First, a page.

Albany: Big Plans for Small-Town Charm

Albany: Big Plans for Small-Town Charm

Writer & Photographer / David Fennig

Albany is a small town of around 2,000 residents with exciting growth happening this year, increasing opportunities for localsAlbany and visitors to shop, eat and play around the town. Randall Dunnuck, a native to Albany and the town board vice president, spoke a little on the investments that the city has made to increase appeal for residents of the community and generate gathering places for the summer months.

“We are getting a lot of notice here,” Dunnuck says.

He has served previously as town board president, and has been serving the town of Albany since 2006. Dunnuck sums up working in politics in a small town with a simple statement: “I love the town, I love the people.”

The town boasts several murals in its charming downtown, and small independent restaurants and shops dot the main street. The artwork reflects the town’s dedication to beautification and making a visitor-friendly space.

“What’s desirable for the community is a place to live, play, shop, and good schools,” says Dunnuck, who has four children currently in the school system there. “We have great schools.”

AlbanyThe town has invested in new spaces to encourage locals to get together and enjoy summer weather. These include a new splash pad (opening to the public on Memorial Day weekend), located right off of Highway 67 as it passes through town. Adjacent to that location, the city is building a new amphitheater with a stage, alongside permanent game installations like corn hole, ping-pong and pickleball. The amphitheater should be open for summer concerts and gatherings this summer.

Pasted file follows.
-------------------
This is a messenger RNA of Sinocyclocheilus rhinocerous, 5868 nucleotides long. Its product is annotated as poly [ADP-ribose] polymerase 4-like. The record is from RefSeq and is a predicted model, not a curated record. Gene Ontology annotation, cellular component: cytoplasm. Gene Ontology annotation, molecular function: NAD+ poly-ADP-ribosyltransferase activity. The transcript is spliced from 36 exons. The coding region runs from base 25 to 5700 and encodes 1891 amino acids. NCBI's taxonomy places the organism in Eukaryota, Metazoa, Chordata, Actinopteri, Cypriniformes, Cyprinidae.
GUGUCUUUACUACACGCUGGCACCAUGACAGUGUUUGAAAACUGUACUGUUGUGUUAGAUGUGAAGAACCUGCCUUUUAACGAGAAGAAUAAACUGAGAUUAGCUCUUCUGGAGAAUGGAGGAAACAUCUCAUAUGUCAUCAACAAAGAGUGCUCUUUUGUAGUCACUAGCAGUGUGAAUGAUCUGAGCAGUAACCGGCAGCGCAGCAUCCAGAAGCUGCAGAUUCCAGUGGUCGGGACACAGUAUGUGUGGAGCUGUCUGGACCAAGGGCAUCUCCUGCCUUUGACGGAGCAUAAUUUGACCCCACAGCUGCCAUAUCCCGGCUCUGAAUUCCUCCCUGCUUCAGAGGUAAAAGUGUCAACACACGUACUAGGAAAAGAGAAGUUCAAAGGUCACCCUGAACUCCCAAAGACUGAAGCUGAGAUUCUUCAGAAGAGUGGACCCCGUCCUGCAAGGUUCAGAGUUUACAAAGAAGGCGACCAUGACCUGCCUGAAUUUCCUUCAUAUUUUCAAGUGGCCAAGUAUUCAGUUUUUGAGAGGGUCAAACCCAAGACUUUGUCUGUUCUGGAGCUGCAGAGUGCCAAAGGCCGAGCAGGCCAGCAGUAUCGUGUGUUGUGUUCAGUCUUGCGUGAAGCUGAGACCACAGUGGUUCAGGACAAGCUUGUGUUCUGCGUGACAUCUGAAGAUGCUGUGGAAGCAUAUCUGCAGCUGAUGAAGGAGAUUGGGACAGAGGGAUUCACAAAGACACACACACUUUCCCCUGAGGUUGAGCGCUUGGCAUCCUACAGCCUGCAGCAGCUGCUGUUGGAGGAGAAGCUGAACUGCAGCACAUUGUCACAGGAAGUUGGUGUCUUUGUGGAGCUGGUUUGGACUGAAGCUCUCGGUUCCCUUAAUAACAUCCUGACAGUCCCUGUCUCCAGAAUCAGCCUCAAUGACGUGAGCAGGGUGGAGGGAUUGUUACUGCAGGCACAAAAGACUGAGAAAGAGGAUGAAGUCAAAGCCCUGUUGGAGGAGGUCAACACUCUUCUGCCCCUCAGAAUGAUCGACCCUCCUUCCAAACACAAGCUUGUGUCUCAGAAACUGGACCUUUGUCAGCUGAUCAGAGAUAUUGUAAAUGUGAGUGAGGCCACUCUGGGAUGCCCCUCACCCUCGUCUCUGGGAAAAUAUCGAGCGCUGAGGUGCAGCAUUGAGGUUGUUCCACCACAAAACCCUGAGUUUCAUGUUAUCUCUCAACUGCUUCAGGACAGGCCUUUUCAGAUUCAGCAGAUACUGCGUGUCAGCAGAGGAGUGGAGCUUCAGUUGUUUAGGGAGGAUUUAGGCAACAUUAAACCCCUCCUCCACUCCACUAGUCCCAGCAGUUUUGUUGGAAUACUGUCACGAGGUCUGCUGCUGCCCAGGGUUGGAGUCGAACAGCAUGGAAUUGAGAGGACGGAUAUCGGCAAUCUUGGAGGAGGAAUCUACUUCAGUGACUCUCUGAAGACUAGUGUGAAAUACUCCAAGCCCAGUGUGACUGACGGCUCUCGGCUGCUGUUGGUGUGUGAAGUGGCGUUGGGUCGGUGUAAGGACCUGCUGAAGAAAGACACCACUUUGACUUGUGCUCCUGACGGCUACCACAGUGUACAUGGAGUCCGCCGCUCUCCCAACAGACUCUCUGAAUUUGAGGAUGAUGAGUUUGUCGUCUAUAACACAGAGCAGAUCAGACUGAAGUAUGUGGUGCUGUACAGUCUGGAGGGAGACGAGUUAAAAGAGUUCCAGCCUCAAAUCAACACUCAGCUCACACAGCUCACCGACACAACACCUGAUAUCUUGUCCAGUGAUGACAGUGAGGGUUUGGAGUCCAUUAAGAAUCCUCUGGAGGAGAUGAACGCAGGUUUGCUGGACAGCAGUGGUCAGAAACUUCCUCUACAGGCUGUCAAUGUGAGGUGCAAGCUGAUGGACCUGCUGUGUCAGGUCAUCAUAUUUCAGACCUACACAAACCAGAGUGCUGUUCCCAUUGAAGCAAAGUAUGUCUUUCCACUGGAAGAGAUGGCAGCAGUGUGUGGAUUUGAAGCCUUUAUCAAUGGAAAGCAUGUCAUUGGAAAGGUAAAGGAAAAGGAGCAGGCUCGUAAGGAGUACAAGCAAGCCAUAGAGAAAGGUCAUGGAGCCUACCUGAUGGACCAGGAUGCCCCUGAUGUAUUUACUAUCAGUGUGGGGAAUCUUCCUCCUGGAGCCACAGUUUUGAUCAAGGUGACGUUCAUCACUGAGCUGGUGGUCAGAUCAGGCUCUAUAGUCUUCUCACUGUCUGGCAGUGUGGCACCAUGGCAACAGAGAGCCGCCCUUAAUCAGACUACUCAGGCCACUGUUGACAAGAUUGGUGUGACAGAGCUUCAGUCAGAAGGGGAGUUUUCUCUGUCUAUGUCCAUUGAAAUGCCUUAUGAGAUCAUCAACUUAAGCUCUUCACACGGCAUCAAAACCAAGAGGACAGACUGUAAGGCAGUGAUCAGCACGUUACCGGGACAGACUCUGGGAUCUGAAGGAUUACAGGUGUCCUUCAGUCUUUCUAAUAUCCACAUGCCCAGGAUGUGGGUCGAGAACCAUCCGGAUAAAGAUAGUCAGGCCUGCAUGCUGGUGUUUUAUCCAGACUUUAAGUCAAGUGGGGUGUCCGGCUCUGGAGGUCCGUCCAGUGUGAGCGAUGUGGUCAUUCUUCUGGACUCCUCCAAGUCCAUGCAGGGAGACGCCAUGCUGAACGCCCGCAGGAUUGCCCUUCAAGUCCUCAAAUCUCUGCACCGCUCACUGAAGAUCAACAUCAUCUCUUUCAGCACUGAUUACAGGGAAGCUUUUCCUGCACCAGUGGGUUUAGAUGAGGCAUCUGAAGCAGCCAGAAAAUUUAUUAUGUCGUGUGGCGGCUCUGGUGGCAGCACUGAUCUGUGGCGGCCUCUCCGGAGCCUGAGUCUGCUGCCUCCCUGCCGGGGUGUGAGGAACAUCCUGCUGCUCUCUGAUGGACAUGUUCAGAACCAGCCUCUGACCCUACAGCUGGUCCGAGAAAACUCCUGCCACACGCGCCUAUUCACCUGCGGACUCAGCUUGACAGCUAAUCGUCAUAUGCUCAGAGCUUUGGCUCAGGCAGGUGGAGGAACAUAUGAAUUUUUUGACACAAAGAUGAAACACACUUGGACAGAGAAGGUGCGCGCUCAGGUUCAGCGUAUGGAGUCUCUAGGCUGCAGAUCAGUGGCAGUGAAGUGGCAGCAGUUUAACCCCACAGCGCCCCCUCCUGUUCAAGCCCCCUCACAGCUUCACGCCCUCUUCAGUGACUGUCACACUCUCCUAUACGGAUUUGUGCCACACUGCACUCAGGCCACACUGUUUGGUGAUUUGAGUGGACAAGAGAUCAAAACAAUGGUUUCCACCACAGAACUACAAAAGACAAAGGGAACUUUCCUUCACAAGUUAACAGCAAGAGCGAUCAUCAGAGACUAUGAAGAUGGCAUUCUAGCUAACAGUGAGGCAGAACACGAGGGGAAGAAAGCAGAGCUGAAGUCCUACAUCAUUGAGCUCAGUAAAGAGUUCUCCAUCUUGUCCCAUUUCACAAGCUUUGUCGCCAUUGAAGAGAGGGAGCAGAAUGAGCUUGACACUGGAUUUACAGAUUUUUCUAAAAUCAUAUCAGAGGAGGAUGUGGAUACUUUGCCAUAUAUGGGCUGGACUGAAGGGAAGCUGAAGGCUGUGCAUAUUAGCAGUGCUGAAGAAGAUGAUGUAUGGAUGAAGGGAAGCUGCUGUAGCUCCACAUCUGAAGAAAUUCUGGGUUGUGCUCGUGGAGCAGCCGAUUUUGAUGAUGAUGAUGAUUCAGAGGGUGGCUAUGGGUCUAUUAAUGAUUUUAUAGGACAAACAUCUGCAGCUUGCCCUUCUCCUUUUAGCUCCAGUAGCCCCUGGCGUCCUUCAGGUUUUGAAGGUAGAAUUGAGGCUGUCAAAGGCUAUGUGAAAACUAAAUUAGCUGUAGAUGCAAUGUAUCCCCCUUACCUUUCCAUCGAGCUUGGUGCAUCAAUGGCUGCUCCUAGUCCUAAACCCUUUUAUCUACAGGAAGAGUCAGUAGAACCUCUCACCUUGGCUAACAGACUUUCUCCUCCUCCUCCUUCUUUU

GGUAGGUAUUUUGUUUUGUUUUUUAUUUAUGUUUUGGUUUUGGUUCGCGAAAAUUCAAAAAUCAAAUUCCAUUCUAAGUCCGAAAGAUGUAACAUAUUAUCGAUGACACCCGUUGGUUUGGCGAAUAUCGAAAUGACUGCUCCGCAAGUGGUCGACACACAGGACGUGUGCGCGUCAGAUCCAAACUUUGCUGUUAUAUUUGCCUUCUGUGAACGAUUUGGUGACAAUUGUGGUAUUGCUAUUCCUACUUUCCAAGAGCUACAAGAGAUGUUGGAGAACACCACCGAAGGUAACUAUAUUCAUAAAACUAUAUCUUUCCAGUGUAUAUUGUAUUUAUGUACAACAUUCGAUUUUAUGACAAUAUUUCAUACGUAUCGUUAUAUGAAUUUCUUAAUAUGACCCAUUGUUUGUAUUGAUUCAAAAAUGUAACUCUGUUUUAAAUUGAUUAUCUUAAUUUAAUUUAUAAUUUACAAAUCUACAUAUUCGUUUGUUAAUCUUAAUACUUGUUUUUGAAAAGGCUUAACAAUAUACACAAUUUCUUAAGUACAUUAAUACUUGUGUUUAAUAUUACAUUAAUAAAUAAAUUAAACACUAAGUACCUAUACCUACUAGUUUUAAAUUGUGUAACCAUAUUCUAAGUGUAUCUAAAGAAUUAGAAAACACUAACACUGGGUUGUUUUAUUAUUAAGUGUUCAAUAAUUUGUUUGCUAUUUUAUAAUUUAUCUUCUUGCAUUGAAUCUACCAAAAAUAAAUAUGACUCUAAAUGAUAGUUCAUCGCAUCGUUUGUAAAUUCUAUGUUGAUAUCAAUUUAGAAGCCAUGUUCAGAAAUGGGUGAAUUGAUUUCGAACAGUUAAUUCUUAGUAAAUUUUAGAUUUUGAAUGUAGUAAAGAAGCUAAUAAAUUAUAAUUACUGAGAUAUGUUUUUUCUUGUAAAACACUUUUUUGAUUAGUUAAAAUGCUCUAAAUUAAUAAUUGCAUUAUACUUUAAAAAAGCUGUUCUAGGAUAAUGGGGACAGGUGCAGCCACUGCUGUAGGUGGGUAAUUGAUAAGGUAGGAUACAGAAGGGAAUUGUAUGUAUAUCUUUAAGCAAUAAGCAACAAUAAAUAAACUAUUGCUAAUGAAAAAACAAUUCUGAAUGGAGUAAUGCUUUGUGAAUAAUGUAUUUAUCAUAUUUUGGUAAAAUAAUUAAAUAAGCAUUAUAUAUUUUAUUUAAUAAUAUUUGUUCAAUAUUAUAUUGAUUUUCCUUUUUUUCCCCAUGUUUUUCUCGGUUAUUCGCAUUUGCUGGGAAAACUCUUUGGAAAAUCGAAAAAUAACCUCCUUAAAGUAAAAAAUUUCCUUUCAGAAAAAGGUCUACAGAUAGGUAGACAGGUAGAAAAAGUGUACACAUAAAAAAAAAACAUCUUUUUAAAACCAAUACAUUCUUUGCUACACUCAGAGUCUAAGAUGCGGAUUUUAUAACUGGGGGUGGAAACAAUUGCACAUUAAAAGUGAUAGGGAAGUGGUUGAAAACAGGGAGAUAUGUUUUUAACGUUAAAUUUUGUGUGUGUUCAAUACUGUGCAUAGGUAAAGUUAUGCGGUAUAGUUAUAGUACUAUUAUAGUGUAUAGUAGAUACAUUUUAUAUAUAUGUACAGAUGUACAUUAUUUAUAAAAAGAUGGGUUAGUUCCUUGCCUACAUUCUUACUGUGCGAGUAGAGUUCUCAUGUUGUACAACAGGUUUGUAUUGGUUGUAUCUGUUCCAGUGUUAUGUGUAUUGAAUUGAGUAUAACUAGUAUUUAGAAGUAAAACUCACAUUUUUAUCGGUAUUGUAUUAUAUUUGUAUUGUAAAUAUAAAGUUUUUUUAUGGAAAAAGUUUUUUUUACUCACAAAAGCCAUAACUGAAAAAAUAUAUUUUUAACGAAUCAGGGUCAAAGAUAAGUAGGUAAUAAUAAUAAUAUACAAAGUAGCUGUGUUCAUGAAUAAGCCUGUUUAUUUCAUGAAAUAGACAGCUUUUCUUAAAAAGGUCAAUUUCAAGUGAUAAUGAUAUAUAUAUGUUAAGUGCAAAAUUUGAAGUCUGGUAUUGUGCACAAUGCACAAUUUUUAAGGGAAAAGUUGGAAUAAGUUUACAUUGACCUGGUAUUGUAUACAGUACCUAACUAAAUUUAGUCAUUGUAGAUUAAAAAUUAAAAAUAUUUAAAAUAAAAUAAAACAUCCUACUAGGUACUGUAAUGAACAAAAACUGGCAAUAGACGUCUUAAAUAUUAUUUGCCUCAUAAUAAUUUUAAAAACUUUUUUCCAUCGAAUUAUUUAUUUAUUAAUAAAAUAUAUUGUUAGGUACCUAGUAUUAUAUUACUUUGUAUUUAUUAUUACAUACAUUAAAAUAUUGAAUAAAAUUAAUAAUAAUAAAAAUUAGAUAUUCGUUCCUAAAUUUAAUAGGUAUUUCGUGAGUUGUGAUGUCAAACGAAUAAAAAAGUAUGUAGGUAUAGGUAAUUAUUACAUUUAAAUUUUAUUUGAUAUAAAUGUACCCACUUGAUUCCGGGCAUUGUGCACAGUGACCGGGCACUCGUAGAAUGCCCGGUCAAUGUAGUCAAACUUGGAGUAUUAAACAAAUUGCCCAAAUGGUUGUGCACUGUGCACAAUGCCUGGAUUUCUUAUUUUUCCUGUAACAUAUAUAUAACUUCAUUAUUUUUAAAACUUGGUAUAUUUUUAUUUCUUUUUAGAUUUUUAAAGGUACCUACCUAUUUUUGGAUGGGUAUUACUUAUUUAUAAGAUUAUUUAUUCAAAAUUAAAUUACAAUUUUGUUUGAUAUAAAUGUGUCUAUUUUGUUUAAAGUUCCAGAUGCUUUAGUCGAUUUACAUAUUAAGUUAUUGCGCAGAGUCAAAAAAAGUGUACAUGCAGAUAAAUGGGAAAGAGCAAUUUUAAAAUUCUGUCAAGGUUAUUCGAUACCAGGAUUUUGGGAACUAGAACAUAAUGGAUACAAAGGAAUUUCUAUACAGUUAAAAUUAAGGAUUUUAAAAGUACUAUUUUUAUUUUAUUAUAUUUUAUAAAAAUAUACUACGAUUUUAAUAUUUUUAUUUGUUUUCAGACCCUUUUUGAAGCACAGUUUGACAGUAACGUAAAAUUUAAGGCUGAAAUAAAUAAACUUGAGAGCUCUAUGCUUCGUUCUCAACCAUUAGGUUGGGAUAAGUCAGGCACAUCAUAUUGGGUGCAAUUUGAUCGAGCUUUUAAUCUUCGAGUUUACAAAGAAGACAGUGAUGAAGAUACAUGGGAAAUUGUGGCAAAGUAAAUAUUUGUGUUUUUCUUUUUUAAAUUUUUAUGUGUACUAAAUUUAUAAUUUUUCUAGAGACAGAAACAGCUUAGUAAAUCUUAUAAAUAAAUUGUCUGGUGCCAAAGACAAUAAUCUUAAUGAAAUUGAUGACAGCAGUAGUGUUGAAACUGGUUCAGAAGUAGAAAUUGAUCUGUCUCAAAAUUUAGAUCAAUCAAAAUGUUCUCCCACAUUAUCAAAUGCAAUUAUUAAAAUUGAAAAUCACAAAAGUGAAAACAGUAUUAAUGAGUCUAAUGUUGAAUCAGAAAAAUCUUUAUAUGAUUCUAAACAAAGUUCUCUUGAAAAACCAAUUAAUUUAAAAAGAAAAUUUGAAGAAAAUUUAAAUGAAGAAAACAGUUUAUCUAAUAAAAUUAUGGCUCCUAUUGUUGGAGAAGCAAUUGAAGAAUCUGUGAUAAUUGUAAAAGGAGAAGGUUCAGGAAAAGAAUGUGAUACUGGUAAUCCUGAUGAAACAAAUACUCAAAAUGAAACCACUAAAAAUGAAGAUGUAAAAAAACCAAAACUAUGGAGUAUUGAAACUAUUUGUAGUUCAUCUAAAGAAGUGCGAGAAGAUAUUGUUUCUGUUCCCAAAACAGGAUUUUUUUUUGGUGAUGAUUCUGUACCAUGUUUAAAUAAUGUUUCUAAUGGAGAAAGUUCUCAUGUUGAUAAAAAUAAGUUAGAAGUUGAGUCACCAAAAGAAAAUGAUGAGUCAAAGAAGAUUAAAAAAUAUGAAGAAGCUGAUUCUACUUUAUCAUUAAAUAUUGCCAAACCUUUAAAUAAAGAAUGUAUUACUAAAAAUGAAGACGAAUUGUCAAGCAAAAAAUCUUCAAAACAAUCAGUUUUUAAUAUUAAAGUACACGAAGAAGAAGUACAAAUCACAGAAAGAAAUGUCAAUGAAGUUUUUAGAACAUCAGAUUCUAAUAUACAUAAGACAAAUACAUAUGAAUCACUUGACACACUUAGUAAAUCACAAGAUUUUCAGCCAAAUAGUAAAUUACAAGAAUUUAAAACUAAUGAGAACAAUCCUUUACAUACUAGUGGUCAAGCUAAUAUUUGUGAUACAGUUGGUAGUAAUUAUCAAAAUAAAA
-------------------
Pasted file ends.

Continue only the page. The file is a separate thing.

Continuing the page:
Not all of the new quality-of-life investments are for socializing, though. New water lines and new roads are coming to Albany next year, as well as new shopping options west of town. The town has also made long-term investments in the water and sewage treatment systems that should enable it to provide good infrastructure to its residents for decades to come.

The police department also recently invested in a K9 unit to mitigate drug problems in Albany. The new dog, Griffin, is trained in searching for fentanyl and heroin, and would be useful in searching for missing persons.

A small town can accomplish beautiful things for its residents, but that always requires many different people coming together. Building the new amphitheater required close cooperation between the school district, the town leadership and even a local farmer, Jeff Smoot of Smoot farms, who volunteered his time and heavy equipment to level the field for the amphitheater.Albany

“It’s all been a labor of love, just trying to build a good community,” Dunnuck says.

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